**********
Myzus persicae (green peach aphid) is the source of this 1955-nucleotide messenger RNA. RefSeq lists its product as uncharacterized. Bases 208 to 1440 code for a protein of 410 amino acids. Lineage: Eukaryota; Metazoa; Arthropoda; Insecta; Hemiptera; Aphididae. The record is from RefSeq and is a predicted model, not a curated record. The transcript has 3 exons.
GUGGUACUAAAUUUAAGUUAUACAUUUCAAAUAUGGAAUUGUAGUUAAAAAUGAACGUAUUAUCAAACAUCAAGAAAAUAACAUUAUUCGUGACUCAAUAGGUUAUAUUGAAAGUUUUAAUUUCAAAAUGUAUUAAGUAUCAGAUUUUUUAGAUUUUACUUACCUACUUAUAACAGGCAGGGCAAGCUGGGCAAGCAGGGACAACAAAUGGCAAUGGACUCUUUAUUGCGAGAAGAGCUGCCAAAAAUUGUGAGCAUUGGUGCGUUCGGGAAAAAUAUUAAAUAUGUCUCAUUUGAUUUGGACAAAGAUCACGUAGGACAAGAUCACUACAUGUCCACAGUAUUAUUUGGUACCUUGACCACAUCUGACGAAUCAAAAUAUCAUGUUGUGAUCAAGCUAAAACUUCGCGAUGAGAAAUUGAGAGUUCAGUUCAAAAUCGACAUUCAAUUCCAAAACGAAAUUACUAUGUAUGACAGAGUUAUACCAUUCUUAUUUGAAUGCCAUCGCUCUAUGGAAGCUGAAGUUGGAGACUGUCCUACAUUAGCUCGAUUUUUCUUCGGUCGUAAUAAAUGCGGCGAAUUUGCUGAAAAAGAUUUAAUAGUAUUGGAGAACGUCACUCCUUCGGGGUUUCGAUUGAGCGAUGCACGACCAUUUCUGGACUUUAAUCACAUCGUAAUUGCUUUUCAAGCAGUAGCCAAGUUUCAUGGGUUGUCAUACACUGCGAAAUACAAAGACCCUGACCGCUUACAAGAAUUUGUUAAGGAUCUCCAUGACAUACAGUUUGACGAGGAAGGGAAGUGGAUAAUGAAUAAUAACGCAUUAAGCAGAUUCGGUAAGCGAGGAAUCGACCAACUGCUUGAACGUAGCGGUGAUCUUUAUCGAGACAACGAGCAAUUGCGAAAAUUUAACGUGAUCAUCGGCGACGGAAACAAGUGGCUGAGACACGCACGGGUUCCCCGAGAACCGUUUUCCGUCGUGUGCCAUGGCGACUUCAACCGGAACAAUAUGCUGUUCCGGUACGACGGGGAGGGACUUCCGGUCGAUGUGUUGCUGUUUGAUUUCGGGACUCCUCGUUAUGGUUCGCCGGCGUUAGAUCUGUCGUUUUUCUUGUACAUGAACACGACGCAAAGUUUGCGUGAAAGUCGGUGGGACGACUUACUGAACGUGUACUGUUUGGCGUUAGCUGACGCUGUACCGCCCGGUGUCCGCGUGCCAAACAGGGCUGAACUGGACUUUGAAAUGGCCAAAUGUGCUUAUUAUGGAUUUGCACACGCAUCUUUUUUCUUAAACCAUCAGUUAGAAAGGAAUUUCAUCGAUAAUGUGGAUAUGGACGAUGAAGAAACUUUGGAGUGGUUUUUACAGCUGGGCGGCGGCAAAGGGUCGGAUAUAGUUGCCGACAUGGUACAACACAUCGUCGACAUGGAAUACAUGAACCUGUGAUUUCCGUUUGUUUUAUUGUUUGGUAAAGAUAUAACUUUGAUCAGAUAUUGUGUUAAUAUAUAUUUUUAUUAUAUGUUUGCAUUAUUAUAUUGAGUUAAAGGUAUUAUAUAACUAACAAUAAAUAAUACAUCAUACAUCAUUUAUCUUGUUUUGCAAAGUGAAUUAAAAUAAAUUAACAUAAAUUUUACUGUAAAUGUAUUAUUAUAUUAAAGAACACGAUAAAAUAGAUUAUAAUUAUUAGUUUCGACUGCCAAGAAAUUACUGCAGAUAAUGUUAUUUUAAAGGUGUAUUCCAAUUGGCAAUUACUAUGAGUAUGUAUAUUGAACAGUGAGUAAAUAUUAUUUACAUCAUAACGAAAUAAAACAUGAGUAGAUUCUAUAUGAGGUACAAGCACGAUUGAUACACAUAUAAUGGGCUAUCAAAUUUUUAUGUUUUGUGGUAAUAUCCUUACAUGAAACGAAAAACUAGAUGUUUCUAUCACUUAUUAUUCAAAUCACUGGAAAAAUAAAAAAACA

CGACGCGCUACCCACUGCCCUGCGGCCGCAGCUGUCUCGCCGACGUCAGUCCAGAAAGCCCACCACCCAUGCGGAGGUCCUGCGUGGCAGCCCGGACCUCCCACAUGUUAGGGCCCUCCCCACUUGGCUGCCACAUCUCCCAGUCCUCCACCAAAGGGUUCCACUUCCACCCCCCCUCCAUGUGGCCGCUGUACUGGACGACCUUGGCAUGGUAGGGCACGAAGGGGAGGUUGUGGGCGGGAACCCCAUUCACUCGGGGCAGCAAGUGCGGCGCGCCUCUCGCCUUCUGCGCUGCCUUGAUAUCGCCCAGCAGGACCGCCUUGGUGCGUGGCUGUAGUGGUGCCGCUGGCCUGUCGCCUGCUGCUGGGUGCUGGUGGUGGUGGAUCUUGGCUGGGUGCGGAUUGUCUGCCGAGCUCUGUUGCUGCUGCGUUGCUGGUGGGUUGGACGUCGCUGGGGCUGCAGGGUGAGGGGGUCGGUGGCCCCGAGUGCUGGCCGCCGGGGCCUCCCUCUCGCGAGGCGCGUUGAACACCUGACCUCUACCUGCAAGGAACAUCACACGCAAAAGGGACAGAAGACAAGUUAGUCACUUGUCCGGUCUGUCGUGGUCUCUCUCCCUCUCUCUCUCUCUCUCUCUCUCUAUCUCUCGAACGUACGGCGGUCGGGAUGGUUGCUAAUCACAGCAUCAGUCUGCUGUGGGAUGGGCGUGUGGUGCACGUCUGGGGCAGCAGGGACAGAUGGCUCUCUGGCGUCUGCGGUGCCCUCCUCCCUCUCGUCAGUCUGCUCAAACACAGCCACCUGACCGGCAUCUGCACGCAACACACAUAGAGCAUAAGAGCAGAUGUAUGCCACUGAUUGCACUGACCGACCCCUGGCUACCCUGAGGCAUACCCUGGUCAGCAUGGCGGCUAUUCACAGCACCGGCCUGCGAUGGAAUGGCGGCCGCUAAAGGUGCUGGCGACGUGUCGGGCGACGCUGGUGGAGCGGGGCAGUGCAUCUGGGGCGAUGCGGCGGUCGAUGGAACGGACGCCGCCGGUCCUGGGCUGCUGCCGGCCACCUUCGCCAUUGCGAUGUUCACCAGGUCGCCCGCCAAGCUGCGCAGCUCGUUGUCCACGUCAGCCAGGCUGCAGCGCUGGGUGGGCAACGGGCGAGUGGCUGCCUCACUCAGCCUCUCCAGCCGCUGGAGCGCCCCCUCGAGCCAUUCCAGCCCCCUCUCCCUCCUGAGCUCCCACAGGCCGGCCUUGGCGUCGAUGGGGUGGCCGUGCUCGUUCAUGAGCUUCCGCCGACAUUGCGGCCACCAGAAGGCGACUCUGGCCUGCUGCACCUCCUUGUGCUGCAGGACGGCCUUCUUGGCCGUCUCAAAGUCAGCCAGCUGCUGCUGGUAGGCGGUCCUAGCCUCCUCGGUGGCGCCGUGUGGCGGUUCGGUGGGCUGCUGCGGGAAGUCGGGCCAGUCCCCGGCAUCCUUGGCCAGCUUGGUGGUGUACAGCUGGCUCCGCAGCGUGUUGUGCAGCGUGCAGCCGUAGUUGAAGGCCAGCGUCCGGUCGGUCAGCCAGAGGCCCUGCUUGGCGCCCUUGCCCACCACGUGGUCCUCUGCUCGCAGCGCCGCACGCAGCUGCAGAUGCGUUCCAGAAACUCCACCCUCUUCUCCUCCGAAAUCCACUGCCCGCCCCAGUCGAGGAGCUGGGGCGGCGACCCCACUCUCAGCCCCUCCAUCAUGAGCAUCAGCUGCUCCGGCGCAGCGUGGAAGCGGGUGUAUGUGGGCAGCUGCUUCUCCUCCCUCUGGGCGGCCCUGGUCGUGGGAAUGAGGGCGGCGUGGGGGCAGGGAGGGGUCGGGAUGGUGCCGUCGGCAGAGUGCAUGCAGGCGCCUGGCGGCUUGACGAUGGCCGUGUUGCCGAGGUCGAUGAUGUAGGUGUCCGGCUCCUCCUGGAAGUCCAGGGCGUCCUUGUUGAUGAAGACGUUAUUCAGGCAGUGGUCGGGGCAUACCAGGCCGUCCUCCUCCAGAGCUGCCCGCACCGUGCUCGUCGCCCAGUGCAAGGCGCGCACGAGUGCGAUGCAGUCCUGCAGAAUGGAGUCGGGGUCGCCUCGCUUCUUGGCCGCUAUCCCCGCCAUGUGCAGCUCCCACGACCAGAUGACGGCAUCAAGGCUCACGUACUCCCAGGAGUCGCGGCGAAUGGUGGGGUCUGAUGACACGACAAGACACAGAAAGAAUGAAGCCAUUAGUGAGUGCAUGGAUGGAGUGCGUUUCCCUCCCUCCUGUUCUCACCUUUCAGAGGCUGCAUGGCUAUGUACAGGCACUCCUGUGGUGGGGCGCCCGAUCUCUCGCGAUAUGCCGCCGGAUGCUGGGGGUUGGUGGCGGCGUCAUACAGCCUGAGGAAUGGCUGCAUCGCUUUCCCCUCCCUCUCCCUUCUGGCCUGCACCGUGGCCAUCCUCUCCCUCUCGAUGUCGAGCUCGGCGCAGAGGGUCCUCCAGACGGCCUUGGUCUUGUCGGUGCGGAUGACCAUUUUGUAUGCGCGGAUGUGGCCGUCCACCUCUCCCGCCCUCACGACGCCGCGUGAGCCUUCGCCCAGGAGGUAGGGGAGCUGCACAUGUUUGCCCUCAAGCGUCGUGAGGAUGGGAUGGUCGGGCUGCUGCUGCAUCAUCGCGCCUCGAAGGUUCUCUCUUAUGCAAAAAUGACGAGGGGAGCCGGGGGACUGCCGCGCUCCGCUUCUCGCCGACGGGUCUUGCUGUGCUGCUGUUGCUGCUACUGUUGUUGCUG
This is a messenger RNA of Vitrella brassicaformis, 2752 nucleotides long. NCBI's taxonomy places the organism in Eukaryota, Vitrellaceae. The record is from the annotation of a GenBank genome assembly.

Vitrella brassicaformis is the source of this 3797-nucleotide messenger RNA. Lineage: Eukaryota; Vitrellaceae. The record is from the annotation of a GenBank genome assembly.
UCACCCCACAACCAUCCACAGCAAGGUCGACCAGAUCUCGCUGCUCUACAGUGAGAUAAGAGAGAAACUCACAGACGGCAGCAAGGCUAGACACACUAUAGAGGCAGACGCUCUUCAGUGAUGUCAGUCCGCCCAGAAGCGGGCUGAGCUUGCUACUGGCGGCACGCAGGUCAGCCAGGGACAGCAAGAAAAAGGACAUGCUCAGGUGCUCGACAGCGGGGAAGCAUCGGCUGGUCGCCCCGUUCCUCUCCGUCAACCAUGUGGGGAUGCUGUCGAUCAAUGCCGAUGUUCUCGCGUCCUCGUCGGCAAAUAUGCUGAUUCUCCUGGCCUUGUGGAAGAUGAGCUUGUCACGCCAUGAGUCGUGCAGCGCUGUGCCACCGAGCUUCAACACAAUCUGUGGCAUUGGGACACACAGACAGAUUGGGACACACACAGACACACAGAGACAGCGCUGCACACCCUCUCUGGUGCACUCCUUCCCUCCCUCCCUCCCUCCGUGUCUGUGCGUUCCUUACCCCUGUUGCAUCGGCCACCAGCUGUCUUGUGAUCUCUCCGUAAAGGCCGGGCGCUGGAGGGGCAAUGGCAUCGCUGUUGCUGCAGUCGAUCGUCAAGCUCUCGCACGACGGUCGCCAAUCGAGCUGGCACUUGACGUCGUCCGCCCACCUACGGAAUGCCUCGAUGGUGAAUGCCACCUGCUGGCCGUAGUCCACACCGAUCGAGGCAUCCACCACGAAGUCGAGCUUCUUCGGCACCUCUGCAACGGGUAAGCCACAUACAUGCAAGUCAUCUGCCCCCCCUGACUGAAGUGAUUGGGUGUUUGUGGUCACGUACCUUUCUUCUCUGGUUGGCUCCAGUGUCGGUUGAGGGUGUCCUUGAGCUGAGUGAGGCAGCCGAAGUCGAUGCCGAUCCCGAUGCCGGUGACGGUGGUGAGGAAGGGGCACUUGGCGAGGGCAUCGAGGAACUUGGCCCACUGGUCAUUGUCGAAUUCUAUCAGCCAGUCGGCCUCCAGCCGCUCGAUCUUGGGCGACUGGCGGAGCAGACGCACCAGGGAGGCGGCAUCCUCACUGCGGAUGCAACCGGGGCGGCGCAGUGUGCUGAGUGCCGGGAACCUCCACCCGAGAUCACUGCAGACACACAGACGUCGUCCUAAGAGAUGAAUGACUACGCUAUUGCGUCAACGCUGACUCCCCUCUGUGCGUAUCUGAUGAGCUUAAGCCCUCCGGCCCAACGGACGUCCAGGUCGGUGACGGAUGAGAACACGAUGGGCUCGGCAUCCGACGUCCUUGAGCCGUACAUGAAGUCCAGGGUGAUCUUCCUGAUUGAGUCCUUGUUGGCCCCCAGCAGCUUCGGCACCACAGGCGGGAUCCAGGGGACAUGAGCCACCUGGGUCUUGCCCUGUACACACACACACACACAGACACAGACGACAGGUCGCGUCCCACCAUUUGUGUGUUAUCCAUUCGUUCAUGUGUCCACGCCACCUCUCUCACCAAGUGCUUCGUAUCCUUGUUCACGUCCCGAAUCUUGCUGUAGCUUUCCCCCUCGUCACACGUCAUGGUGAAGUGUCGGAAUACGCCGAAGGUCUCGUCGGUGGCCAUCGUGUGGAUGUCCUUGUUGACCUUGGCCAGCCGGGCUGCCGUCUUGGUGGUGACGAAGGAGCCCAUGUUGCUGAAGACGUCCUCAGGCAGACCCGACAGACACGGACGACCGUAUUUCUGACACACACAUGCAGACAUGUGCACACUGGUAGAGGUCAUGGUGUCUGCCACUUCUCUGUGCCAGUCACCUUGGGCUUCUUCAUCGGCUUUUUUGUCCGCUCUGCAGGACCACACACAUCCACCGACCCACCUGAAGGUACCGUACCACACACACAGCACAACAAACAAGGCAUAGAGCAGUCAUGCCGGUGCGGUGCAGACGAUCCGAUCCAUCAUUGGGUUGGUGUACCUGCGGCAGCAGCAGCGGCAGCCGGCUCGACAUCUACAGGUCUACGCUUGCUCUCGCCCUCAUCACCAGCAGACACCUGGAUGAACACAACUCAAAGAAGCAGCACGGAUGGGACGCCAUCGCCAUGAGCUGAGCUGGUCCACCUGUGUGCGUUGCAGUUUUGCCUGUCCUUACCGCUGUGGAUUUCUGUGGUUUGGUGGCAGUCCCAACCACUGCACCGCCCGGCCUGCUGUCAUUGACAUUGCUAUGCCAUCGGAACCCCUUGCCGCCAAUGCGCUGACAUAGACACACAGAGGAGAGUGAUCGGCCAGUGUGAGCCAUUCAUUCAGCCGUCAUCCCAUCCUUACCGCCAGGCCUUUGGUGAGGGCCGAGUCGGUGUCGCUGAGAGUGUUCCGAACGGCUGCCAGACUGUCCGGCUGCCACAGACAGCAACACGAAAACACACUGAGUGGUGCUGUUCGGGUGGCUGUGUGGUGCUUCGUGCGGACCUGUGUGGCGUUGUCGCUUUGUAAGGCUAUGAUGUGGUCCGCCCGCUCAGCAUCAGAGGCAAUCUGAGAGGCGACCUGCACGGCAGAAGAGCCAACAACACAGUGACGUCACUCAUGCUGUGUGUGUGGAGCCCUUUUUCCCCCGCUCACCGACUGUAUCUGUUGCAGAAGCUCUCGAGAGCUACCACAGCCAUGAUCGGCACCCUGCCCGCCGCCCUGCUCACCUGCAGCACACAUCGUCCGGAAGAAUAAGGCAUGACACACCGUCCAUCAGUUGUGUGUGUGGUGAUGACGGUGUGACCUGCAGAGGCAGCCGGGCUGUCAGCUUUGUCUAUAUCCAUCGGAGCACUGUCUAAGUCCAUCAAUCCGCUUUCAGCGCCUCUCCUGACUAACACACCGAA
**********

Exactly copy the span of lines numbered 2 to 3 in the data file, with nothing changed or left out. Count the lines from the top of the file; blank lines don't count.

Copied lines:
GUGGUACUAAAUUUAAGUUAUACAUUUCAAAUAUGGAAUUGUAGUUAAAAAUGAACGUAUUAUCAAACAUCAAGAAAAUAACAUUAUUCGUGACUCAAUAGGUUAUAUUGAAAGUUUUAAUUUCAAAAUGUAUUAAGUAUCAGAUUUUUUAGAUUUUACUUACCUACUUAUAACAGGCAGGGCAAGCUGGGCAAGCAGGGACAACAAAUGGCAAUGGACUCUUUAUUGCGAGAAGAGCUGCCAAAAAUUGUGAGCAUUGGUGCGUUCGGGAAAAAUAUUAAAUAUGUCUCAUUUGAUUUGGACAAAGAUCACGUAGGACAAGAUCACUACAUGUCCACAGUAUUAUUUGGUACCUUGACCACAUCUGACGAAUCAAAAUAUCAUGUUGUGAUCAAGCUAAAACUUCGCGAUGAGAAAUUGAGAGUUCAGUUCAAAAUCGACAUUCAAUUCCAAAACGAAAUUACUAUGUAUGACAGAGUUAUACCAUUCUUAUUUGAAUGCCAUCGCUCUAUGGAAGCUGAAGUUGGAGACUGUCCUACAUUAGCUCGAUUUUUCUUCGGUCGUAAUAAAUGCGGCGAAUUUGCUGAAAAAGAUUUAAUAGUAUUGGAGAACGUCACUCCUUCGGGGUUUCGAUUGAGCGAUGCACGACCAUUUCUGGACUUUAAUCACAUCGUAAUUGCUUUUCAAGCAGUAGCCAAGUUUCAUGGGUUGUCAUACACUGCGAAAUACAAAGACCCUGACCGCUUACAAGAAUUUGUUAAGGAUCUCCAUGACAUACAGUUUGACGAGGAAGGGAAGUGGAUAAUGAAUAAUAACGCAUUAAGCAGAUUCGGUAAGCGAGGAAUCGACCAACUGCUUGAACGUAGCGGUGAUCUUUAUCGAGACAACGAGCAAUUGCGAAAAUUUAACGUGAUCAUCGGCGACGGAAACAAGUGGCUGAGACACGCACGGGUUCCCCGAGAACCGUUUUCCGUCGUGUGCCAUGGCGACUUCAACCGGAACAAUAUGCUGUUCCGGUACGACGGGGAGGGACUUCCGGUCGAUGUGUUGCUGUUUGAUUUCGGGACUCCUCGUUAUGGUUCGCCGGCGUUAGAUCUGUCGUUUUUCUUGUACAUGAACACGACGCAAAGUUUGCGUGAAAGUCGGUGGGACGACUUACUGAACGUGUACUGUUUGGCGUUAGCUGACGCUGUACCGCCCGGUGUCCGCGUGCCAAACAGGGCUGAACUGGACUUUGAAAUGGCCAAAUGUGCUUAUUAUGGAUUUGCACACGCAUCUUUUUUCUUAAACCAUCAGUUAGAAAGGAAUUUCAUCGAUAAUGUGGAUAUGGACGAUGAAGAAACUUUGGAGUGGUUUUUACAGCUGGGCGGCGGCAAAGGGUCGGAUAUAGUUGCCGACAUGGUACAACACAUCGUCGACAUGGAAUACAUGAACCUGUGAUUUCCGUUUGUUUUAUUGUUUGGUAAAGAUAUAACUUUGAUCAGAUAUUGUGUUAAUAUAUAUUUUUAUUAUAUGUUUGCAUUAUUAUAUUGAGUUAAAGGUAUUAUAUAACUAACAAUAAAUAAUACAUCAUACAUCAUUUAUCUUGUUUUGCAAAGUGAAUUAAAAUAAAUUAACAUAAAUUUUACUGUAAAUGUAUUAUUAUAUUAAAGAACACGAUAAAAUAGAUUAUAAUUAUUAGUUUCGACUGCCAAGAAAUUACUGCAGAUAAUGUUAUUUUAAAGGUGUAUUCCAAUUGGCAAUUACUAUGAGUAUGUAUAUUGAACAGUGAGUAAAUAUUAUUUACAUCAUAACGAAAUAAAACAUGAGUAGAUUCUAUAUGAGGUACAAGCACGAUUGAUACACAUAUAAUGGGCUAUCAAAUUUUUAUGUUUUGUGGUAAUAUCCUUACAUGAAACGAAAAACUAGAUGUUUCUAUCACUUAUUAUUCAAAUCACUGGAAAAAUAAAAAAACA

CGACGCGCUACCCACUGCCCUGCGGCCGCAGCUGUCUCGCCGACGUCAGUCCAGAAAGCCCACCACCCAUGCGGAGGUCCUGCGUGGCAGCCCGGACCUCCCACAUGUUAGGGCCCUCCCCACUUGGCUGCCACAUCUCCCAGUCCUCCACCAAAGGGUUCCACUUCCACCCCCCCUCCAUGUGGCCGCUGUACUGGACGACCUUGGCAUGGUAGGGCACGAAGGGGAGGUUGUGGGCGGGAACCCCAUUCACUCGGGGCAGCAAGUGCGGCGCGCCUCUCGCCUUCUGCGCUGCCUUGAUAUCGCCCAGCAGGACCGCCUUGGUGCGUGGCUGUAGUGGUGCCGCUGGCCUGUCGCCUGCUGCUGGGUGCUGGUGGUGGUGGAUCUUGGCUGGGUGCGGAUUGUCUGCCGAGCUCUGUUGCUGCUGCGUUGCUGGUGGGUUGGACGUCGCUGGGGCUGCAGGGUGAGGGGGUCGGUGGCCCCGAGUGCUGGCCGCCGGGGCCUCCCUCUCGCGAGGCGCGUUGAACACCUGACCUCUACCUGCAAGGAACAUCACACGCAAAAGGGACAGAAGACAAGUUAGUCACUUGUCCGGUCUGUCGUGGUCUCUCUCCCUCUCUCUCUCUCUCUCUCUCUCUAUCUCUCGAACGUACGGCGGUCGGGAUGGUUGCUAAUCACAGCAUCAGUCUGCUGUGGGAUGGGCGUGUGGUGCACGUCUGGGGCAGCAGGGACAGAUGGCUCUCUGGCGUCUGCGGUGCCCUCCUCCCUCUCGUCAGUCUGCUCAAACACAGCCACCUGACCGGCAUCUGCACGCAACACACAUAGAGCAUAAGAGCAGAUGUAUGCCACUGAUUGCACUGACCGACCCCUGGCUACCCUGAGGCAUACCCUGGUCAGCAUGGCGGCUAUUCACAGCACCGGCCUGCGAUGGAAUGGCGGCCGCUAAAGGUGCUGGCGACGUGUCGGGCGACGCUGGUGGAGCGGGGCAGUGCAUCUGGGGCGAUGCGGCGGUCGAUGGAACGGACGCCGCCGGUCCUGGGCUGCUGCCGGCCACCUUCGCCAUUGCGAUGUUCACCAGGUCGCCCGCCAAGCUGCGCAGCUCGUUGUCCACGUCAGCCAGGCUGCAGCGCUGGGUGGGCAACGGGCGAGUGGCUGCCUCACUCAGCCUCUCCAGCCGCUGGAGCGCCCCCUCGAGCCAUUCCAGCCCCCUCUCCCUCCUGAGCUCCCACAGGCCGGCCUUGGCGUCGAUGGGGUGGCCGUGCUCGUUCAUGAGCUUCCGCCGACAUUGCGGCCACCAGAAGGCGACUCUGGCCUGCUGCACCUCCUUGUGCUGCAGGACGGCCUUCUUGGCCGUCUCAAAGUCAGCCAGCUGCUGCUGGUAGGCGGUCCUAGCCUCCUCGGUGGCGCCGUGUGGCGGUUCGGUGGGCUGCUGCGGGAAGUCGGGCCAGUCCCCGGCAUCCUUGGCCAGCUUGGUGGUGUACAGCUGGCUCCGCAGCGUGUUGUGCAGCGUGCAGCCGUAGUUGAAGGCCAGCGUCCGGUCGGUCAGCCAGAGGCCCUGCUUGGCGCCCUUGCCCACCACGUGGUCCUCUGCUCGCAGCGCCGCACGCAGCUGCAGAUGCGUUCCAGAAACUCCACCCUCUUCUCCUCCGAAAUCCACUGCCCGCCCCAGUCGAGGAGCUGGGGCGGCGACCCCACUCUCAGCCCCUCCAUCAUGAGCAUCAGCUGCUCCGGCGCAGCGUGGAAGCGGGUGUAUGUGGGCAGCUGCUUCUCCUCCCUCUGGGCGGCCCUGGUCGUGGGAAUGAGGGCGGCGUGGGGGCAGGGAGGGGUCGGGAUGGUGCCGUCGGCAGAGUGCAUGCAGGCGCCUGGCGGCUUGACGAUGGCCGUGUUGCCGAGGUCGAUGAUGUAGGUGUCCGGCUCCUCCUGGAAGUCCAGGGCGUCCUUGUUGAUGAAGACGUUAUUCAGGCAGUGGUCGGGGCAUACCAGGCCGUCCUCCUCCAGAGCUGCCCGCACCGUGCUCGUCGCCCAGUGCAAGGCGCGCACGAGUGCGAUGCAGUCCUGCAGAAUGGAGUCGGGGUCGCCUCGCUUCUUGGCCGCUAUCCCCGCCAUGUGCAGCUCCCACGACCAGAUGACGGCAUCAAGGCUCACGUACUCCCAGGAGUCGCGGCGAAUGGUGGGGUCUGAUGACACGACAAGACACAGAAAGAAUGAAGCCAUUAGUGAGUGCAUGGAUGGAGUGCGUUUCCCUCCCUCCUGUUCUCACCUUUCAGAGGCUGCAUGGCUAUGUACAGGCACUCCUGUGGUGGGGCGCCCGAUCUCUCGCGAUAUGCCGCCGGAUGCUGGGGGUUGGUGGCGGCGUCAUACAGCCUGAGGAAUGGCUGCAUCGCUUUCCCCUCCCUCUCCCUUCUGGCCUGCACCGUGGCCAUCCUCUCCCUCUCGAUGUCGAGCUCGGCGCAGAGGGUCCUCCAGACGGCCUUGGUCUUGUCGGUGCGGAUGACCAUUUUGUAUGCGCGGAUGUGGCCGUCCACCUCUCCCGCCCUCACGACGCCGCGUGAGCCUUCGCCCAGGAGGUAGGGGAGCUGCACAUGUUUGCCCUCAAGCGUCGUGAGGAUGGGAUGGUCGGGCUGCUGCUGCAUCAUCGCGCCUCGAAGGUUCUCUCUUAUGCAAAAAUGACGAGGGGAGCCGGGGGACUGCCGCGCUCCGCUUCUCGCCGACGGGUCUUGCUGUGCUGCUGUUGCUGCUACUGUUGUUGCUG